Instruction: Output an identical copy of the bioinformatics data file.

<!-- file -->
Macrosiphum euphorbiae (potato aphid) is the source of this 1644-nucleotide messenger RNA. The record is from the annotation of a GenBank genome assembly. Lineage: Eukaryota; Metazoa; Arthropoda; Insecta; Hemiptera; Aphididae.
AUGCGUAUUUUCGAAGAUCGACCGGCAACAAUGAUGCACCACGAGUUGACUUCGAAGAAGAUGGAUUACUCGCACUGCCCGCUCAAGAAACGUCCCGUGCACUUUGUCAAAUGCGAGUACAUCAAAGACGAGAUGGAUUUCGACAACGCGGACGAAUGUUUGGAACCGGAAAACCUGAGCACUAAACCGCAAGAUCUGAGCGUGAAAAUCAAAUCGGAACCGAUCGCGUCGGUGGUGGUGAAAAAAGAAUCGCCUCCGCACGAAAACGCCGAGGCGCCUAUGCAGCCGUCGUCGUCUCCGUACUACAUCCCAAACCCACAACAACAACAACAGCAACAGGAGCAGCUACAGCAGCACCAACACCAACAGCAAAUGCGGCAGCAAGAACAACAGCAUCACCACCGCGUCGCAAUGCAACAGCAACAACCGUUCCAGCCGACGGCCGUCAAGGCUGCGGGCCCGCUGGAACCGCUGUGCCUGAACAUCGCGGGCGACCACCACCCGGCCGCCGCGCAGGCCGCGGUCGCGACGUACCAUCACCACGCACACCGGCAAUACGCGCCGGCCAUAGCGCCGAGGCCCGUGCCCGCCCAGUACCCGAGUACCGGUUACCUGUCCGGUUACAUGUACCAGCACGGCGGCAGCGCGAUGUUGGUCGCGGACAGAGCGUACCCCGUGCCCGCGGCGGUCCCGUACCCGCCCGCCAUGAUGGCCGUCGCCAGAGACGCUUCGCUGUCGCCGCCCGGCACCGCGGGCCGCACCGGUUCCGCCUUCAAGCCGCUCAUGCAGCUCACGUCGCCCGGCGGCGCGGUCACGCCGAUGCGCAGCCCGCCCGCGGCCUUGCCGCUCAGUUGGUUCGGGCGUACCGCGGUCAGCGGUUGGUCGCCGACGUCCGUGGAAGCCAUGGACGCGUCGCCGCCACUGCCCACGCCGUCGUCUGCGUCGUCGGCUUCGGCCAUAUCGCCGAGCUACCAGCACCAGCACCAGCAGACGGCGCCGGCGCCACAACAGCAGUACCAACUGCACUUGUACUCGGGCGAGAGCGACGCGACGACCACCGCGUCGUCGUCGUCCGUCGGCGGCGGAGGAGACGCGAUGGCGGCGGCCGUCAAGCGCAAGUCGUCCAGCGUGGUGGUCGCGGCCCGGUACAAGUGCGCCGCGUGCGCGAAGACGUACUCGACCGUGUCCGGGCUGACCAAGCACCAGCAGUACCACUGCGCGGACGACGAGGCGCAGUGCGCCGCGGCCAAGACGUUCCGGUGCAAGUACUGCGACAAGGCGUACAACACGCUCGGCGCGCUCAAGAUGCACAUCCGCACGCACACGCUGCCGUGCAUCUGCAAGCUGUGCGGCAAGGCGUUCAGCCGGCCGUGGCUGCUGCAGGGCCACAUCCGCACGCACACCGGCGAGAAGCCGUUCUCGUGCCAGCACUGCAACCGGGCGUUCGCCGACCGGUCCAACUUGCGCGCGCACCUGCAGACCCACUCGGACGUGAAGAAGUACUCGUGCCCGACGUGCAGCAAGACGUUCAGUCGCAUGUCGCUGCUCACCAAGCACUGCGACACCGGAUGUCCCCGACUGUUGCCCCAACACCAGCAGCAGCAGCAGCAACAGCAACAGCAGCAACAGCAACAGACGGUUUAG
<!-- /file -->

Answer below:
Macrosiphum euphorbiae (potato aphid) is the source of this 1644-nucleotide messenger RNA. The record is from the annotation of a GenBank genome assembly. Lineage: Eukaryota; Metazoa; Arthropoda; Insecta; Hemiptera; Aphididae.
AUGCGUAUUUUCGAAGAUCGACCGGCAACAAUGAUGCACCACGAGUUGACUUCGAAGAAGAUGGAUUACUCGCACUGCCCGCUCAAGAAACGUCCCGUGCACUUUGUCAAAUGCGAGUACAUCAAAGACGAGAUGGAUUUCGACAACGCGGACGAAUGUUUGGAACCGGAAAACCUGAGCACUAAACCGCAAGAUCUGAGCGUGAAAAUCAAAUCGGAACCGAUCGCGUCGGUGGUGGUGAAAAAAGAAUCGCCUCCGCACGAAAACGCCGAGGCGCCUAUGCAGCCGUCGUCGUCUCCGUACUACAUCCCAAACCCACAACAACAACAACAGCAACAGGAGCAGCUACAGCAGCACCAACACCAACAGCAAAUGCGGCAGCAAGAACAACAGCAUCACCACCGCGUCGCAAUGCAACAGCAACAACCGUUCCAGCCGACGGCCGUCAAGGCUGCGGGCCCGCUGGAACCGCUGUGCCUGAACAUCGCGGGCGACCACCACCCGGCCGCCGCGCAGGCCGCGGUCGCGACGUACCAUCACCACGCACACCGGCAAUACGCGCCGGCCAUAGCGCCGAGGCCCGUGCCCGCCCAGUACCCGAGUACCGGUUACCUGUCCGGUUACAUGUACCAGCACGGCGGCAGCGCGAUGUUGGUCGCGGACAGAGCGUACCCCGUGCCCGCGGCGGUCCCGUACCCGCCCGCCAUGAUGGCCGUCGCCAGAGACGCUUCGCUGUCGCCGCCCGGCACCGCGGGCCGCACCGGUUCCGCCUUCAAGCCGCUCAUGCAGCUCACGUCGCCCGGCGGCGCGGUCACGCCGAUGCGCAGCCCGCCCGCGGCCUUGCCGCUCAGUUGGUUCGGGCGUACCGCGGUCAGCGGUUGGUCGCCGACGUCCGUGGAAGCCAUGGACGCGUCGCCGCCACUGCCCACGCCGUCGUCUGCGUCGUCGGCUUCGGCCAUAUCGCCGAGCUACCAGCACCAGCACCAGCAGACGGCGCCGGCGCCACAACAGCAGUACCAACUGCACUUGUACUCGGGCGAGAGCGACGCGACGACCACCGCGUCGUCGUCGUCCGUCGGCGGCGGAGGAGACGCGAUGGCGGCGGCCGUCAAGCGCAAGUCGUCCAGCGUGGUGGUCGCGGCCCGGUACAAGUGCGCCGCGUGCGCGAAGACGUACUCGACCGUGUCCGGGCUGACCAAGCACCAGCAGUACCACUGCGCGGACGACGAGGCGCAGUGCGCCGCGGCCAAGACGUUCCGGUGCAAGUACUGCGACAAGGCGUACAACACGCUCGGCGCGCUCAAGAUGCACAUCCGCACGCACACGCUGCCGUGCAUCUGCAAGCUGUGCGGCAAGGCGUUCAGCCGGCCGUGGCUGCUGCAGGGCCACAUCCGCACGCACACCGGCGAGAAGCCGUUCUCGUGCCAGCACUGCAACCGGGCGUUCGCCGACCGGUCCAACUUGCGCGCGCACCUGCAGACCCACUCGGACGUGAAGAAGUACUCGUGCCCGACGUGCAGCAAGACGUUCAGUCGCAUGUCGCUGCUCACCAAGCACUGCGACACCGGAUGUCCCCGACUGUUGCCCCAACACCAGCAGCAGCAGCAGCAACAGCAACAGCAGCAACAGCAACAGACGGUUUAG